The countries of Africa have agreed to establish a Continental Free Trade Agreement (AfCFTA).  According to reports, once it comes into effect, the Agreement will cover a market of 1.2 billion people in 55 nations with a combined gross domestic product of $2.5 trillion. The African Union indicates that the agreement will reduce tariffs and boost intra-African trade dramatically after import duties are eliminated. The agreement is focused on diversifying exports away from commodities such as minerals just taken out of the ground and exported without adding further value. It also seeks to enhance the chances for small and medium enterprises to have access to more regional destinations.

The world can do more to help African economic development. As one example, from an area in which I am involved, is that the WTO hosts efforts of donor countries to work with some of the poorest countries in the world, to increase their income from growing and using cotton. In June, at the suggestion of Benin, Burkina Faso, Chad and Mali, interested WTO members will bring together experts from around the world to determine how poor cotton producing countries can increase yields and make profitable use of cotton by-products including seeds (to yield oil and to make the seeds themselves edible), as well as leaves, stems and from what is often waste to make products such as fibre-board for construction. With more information, in short more data and the use perhaps of AI to support analyses, both assistance and trade rules could be tailored to better promote development, country-by-country, sector by sector.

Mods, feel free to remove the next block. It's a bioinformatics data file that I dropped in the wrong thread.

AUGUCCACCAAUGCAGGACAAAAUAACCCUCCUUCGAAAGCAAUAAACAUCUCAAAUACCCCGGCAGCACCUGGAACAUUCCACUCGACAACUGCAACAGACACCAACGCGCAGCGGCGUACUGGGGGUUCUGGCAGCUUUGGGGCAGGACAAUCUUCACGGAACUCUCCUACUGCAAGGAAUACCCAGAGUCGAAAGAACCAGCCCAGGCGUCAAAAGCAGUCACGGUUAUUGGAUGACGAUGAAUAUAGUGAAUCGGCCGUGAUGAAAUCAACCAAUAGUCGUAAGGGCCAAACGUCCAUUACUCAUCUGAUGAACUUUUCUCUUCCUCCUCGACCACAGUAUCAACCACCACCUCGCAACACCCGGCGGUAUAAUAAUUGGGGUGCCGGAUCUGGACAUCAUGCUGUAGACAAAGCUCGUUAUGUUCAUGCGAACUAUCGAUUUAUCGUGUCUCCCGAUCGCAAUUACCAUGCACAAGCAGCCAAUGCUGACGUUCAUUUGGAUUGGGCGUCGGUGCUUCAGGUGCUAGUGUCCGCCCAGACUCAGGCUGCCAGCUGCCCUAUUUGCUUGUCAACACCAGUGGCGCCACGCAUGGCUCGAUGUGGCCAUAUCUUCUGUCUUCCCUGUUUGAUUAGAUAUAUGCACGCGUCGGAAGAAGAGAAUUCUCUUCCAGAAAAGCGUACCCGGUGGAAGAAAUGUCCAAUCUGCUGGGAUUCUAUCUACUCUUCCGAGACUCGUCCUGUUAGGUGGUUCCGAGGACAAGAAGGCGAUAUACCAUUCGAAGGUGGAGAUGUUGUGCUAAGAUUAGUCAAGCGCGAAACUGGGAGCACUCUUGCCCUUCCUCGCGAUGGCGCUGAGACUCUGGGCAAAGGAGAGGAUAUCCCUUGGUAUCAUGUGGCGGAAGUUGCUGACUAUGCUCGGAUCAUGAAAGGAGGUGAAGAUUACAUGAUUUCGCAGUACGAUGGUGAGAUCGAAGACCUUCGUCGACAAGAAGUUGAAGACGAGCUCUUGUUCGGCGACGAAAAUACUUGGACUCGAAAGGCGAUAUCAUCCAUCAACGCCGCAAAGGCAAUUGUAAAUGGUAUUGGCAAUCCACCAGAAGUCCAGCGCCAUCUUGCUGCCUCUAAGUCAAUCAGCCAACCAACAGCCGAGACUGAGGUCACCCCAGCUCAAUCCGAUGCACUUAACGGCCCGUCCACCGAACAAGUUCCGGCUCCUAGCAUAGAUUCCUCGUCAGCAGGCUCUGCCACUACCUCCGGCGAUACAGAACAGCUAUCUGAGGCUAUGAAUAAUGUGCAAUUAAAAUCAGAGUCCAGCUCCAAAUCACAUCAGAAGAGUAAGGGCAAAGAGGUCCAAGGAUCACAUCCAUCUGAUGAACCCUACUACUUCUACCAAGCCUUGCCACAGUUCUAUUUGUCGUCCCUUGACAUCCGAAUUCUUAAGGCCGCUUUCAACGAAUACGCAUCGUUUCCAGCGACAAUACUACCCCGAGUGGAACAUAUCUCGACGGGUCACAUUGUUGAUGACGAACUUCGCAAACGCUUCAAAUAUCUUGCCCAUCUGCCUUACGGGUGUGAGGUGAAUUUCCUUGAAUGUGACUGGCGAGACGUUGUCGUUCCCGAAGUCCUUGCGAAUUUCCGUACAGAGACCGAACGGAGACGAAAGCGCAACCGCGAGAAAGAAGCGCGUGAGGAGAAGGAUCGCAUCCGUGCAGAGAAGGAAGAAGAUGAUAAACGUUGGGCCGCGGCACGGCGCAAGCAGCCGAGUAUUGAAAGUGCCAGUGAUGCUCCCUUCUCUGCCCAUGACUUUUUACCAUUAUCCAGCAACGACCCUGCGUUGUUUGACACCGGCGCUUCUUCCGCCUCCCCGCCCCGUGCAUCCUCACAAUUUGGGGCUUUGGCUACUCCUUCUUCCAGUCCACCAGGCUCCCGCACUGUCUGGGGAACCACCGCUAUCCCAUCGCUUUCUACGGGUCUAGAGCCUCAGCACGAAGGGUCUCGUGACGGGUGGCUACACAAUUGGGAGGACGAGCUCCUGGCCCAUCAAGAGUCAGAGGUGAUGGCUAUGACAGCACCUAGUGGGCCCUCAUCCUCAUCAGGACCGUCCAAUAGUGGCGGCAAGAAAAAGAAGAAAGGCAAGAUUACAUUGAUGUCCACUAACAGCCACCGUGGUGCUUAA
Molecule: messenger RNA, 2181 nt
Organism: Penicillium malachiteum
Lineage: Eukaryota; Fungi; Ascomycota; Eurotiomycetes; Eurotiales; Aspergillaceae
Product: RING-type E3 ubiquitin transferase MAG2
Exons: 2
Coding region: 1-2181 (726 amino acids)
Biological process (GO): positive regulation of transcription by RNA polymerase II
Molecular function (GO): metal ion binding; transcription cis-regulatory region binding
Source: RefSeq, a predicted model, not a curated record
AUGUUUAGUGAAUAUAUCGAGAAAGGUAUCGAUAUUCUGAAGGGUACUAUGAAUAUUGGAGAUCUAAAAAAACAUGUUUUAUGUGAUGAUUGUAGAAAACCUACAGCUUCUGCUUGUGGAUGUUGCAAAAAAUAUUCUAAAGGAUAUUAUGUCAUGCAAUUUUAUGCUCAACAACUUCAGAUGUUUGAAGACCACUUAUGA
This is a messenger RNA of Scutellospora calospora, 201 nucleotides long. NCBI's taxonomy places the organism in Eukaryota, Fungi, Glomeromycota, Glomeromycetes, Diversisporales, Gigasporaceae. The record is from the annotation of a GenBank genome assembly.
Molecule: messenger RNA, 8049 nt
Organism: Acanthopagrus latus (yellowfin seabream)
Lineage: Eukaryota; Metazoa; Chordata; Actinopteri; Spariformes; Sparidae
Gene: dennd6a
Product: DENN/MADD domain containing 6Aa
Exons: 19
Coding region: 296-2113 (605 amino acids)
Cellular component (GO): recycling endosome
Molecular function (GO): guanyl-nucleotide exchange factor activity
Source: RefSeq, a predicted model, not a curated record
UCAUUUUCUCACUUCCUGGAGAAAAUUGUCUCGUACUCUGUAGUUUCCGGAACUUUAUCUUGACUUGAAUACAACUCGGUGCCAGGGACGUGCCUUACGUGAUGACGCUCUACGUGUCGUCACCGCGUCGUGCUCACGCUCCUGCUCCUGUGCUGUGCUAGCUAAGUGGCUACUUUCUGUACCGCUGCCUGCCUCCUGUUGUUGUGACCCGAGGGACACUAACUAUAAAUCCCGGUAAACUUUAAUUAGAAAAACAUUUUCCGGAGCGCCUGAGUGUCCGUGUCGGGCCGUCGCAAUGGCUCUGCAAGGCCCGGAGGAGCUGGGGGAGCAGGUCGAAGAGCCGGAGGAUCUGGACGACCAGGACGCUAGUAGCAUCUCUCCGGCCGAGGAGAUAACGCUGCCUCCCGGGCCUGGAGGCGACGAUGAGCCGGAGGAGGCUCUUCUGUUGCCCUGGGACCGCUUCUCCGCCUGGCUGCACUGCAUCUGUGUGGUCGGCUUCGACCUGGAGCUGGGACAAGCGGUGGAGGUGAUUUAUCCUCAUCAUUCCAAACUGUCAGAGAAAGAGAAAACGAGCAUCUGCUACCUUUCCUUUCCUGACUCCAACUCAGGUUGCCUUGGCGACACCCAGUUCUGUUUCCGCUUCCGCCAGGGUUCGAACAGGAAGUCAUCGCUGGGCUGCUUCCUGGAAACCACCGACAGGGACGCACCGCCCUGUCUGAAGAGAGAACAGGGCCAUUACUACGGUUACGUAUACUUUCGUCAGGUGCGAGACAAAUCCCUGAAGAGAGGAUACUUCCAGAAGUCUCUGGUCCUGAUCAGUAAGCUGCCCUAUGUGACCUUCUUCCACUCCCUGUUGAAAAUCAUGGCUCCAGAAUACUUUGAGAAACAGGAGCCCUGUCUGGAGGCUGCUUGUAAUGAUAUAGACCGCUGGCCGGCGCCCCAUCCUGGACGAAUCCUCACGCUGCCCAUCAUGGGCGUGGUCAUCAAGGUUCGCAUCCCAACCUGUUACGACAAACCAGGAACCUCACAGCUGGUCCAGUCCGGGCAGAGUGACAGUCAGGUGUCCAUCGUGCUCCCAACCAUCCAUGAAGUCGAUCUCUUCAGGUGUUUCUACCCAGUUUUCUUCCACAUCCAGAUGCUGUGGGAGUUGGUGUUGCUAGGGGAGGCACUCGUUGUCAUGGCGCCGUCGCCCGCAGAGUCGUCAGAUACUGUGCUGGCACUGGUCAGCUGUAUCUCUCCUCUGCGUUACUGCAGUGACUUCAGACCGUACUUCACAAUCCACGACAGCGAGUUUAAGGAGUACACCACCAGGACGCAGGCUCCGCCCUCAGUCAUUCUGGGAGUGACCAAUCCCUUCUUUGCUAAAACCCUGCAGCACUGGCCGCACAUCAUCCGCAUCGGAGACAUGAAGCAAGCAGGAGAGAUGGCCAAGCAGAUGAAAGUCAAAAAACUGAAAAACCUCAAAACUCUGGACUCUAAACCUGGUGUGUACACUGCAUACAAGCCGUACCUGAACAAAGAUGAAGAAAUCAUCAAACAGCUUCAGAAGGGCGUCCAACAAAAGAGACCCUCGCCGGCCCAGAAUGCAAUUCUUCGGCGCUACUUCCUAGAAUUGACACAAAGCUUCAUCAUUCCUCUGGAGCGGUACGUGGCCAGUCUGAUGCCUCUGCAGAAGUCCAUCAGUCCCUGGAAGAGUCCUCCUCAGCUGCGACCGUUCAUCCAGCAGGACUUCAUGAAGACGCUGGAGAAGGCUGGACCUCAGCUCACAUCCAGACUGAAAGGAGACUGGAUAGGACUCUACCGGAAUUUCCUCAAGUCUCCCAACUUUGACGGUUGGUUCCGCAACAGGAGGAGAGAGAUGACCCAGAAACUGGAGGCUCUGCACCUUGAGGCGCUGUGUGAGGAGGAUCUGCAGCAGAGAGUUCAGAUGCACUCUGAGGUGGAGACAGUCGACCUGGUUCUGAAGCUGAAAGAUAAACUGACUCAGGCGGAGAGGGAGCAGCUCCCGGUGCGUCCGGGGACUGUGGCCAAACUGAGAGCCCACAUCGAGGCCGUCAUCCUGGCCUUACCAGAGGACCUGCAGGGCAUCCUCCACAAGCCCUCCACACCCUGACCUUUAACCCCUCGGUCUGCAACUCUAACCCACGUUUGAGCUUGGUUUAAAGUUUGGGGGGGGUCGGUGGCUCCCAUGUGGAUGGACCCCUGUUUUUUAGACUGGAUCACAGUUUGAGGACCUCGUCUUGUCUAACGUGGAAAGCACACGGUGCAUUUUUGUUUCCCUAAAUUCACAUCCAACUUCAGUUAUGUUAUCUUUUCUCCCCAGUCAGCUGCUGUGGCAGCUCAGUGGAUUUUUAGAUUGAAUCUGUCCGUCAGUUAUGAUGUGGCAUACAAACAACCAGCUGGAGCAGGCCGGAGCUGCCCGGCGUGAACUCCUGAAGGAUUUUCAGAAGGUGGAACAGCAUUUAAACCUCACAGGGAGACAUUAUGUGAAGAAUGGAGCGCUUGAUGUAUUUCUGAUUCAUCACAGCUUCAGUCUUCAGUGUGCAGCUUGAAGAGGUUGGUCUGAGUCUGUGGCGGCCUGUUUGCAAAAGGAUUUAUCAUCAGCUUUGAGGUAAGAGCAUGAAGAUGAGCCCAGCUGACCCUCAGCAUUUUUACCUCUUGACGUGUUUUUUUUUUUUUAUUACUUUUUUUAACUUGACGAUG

In addition, increasing availability of data will permit transparency with respect to foreign fishing vessels suspected of despoiling the environment by depleting fish stocks while depriving local fishing communities of their livelihoods, undermining food security, and fuelling piracy as alternative employment. Exploitation of these natural resources without fully sharing benefits with local peoples is all too reminiscent of some of the worst aspects of colonialism. 

The WTO Members and the WTO Secretariat are actively engaged in helping developing country Members fulfil the promise of the Trade Facilitation Agreement, which requires more than anything else the public availability of data (through national websites) to lower barriers to trade. Achieving this objective is estimated to lower costs of trade by as much as 14%.  In addition, trade finance can be revived from its downturn after the 2008 financial crisis by the use of Big Data to re-build the trust of large financial institutions in smaller intermediaries that extend credit for trade.

Technology now enables support for development that could not have existed just a few years ago. For example, there is a nongovernmental organization in London that advises farmers in East Africa through their cell phones when it is time to put lime on their crops. Another example is a company in Kenya that sells crop insurance to local farmers and makes pay-outs based not on claims but on satellite imaging that detects drought conditions.